Iran’s President Hassan Rouhani today threatened to resume high-level enrichment of uranium if his country’s interests in the nuclear deal are not protected.
He said that the remaining P5+1 signatories of the 2015 Joint Comprehensive Plan of Action (JCPOA) nuclear deal had 60 days to adhere to their own promises to protect Iran’s oil and banking sectors from US sanctions.
The comments came during a speech broadcast on Iranian television. Rouhani later clarified his statement with a post on Twitter:
“The EU/E3+2 will face Iran’s further actions if they can not fulfill their obligations within the next 60 days and secure Iran’s interests. Win-Win conditions will be accepted.”
Starting today, Iran does not keep its enriched uranium and produced heavy water limited. The EU/E3+2 will face Iran's further actions if they can not fulfill their obligations within the next 60 days and secure Iran's interests. Win-Win conditions will be accepted.
— Hassan Rouhani (@HassanRouhani) May 8, 2019
Last year, US President Donald Trump withdrew from the landmark 2015 JCPOA nuclear deal between Iran and the P5+1 group of nations. The group includes the five permanent UN Security Council members – the US, China, Russia, the UK and France – plus Germany.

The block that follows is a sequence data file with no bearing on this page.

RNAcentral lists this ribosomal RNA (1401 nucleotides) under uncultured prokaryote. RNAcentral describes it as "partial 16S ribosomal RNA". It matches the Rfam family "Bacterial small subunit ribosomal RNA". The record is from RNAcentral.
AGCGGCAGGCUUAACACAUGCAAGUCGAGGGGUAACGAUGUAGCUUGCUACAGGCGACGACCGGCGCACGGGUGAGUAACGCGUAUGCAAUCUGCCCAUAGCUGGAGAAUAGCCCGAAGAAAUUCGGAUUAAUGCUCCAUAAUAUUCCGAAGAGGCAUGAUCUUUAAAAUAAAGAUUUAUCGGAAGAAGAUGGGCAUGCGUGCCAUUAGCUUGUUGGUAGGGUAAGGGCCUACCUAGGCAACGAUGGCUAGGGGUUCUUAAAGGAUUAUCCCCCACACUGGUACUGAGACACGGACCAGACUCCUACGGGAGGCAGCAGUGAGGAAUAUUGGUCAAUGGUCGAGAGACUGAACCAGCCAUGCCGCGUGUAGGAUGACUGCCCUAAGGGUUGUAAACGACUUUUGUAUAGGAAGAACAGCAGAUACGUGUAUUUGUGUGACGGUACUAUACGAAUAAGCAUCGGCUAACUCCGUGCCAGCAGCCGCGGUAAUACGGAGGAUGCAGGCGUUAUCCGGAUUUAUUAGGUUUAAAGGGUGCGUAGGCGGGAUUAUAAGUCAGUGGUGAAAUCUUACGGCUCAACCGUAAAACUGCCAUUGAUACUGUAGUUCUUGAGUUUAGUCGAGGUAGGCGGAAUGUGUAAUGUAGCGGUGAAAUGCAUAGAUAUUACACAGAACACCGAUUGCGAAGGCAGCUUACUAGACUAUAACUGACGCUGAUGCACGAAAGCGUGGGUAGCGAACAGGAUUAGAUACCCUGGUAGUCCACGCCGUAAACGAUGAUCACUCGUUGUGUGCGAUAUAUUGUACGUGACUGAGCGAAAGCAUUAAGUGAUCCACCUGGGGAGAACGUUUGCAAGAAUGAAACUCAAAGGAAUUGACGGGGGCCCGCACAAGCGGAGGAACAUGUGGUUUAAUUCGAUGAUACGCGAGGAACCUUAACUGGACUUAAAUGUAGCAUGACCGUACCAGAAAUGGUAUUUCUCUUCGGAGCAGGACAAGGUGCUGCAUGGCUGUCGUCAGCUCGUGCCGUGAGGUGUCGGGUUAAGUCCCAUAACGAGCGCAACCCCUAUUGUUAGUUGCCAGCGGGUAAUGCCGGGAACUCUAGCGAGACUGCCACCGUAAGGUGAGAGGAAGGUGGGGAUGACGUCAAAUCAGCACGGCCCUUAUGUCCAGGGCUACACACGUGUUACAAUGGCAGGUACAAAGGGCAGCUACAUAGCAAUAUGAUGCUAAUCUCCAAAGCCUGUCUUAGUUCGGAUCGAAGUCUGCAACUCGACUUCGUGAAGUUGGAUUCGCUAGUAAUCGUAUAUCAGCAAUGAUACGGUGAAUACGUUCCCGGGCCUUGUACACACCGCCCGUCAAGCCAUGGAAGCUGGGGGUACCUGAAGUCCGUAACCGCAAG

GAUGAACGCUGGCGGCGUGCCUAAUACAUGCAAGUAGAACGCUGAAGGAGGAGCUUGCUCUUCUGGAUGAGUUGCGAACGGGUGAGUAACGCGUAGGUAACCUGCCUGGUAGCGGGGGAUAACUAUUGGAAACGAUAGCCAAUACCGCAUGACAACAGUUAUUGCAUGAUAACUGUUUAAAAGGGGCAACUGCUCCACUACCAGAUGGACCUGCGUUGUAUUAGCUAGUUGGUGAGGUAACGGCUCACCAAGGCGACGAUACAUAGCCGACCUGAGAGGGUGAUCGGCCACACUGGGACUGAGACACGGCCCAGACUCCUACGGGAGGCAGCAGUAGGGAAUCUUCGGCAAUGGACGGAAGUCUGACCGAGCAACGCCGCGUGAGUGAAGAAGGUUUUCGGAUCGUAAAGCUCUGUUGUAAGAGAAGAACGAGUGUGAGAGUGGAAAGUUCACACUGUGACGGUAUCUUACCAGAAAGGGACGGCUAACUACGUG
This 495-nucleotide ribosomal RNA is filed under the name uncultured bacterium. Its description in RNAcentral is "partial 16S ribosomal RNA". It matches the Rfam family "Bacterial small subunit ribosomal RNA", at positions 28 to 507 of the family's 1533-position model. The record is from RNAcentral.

Shortly afterwards, Washington re-imposed economic sanctions on Iran targeting the country’s energy and banking sectors.
The sanctions have crippled Iran’s economy with levels of inflation rising from 9.7 per cent in May 2018 to 47.4 per cent in May 2019.
According to the UN nuclear watchdog, the International Atomic Energy Agency (IAEA), Tehran is keeping to its side of the 2015 agreement. The IAEA carries out quarterly inspections at Iran’s nuclear facilities.
The JCPOA was created due to fears that Tehran was “months away” from building a nuclear weapon, however, Iran has always maintained that its uranium enrichment was for civilian applications.
The fears were caused by Iran’s “stockpiling” and high-level enrichment of uranium and heavy water (deuterium oxide). With larger quantities of these two components, a country is able to produce a nuclear weapon in a much shorter period of time.
Conditions in the 2015 deal specify that Iran cannot enrich its uranium past 3.67 per cent and must keep its stores at a maximum of 300 kilogrammes and export the remainder to Russia. Storage of hard water is also capped with excesses exported to Oman.
“The Islamic Republic of Iran declares that at the current stage, it does not any more see itself committed to respecting the limitations on keeping enriched uranium and heavy water reserves,” Iran’s Supreme National Security Council (SNSC) said in a statement carried by the semi-official Fars news agency.
Despite turning back on some aspects of the agreement, Rouhani stressed that he was not planning to take the country out of the deal.
“Today we have shown the flipside of the JCPOA coin,” he said.
“Today we are announcing a reduction of our obligations under the JCPOA. We are not leaving the JCPOA.”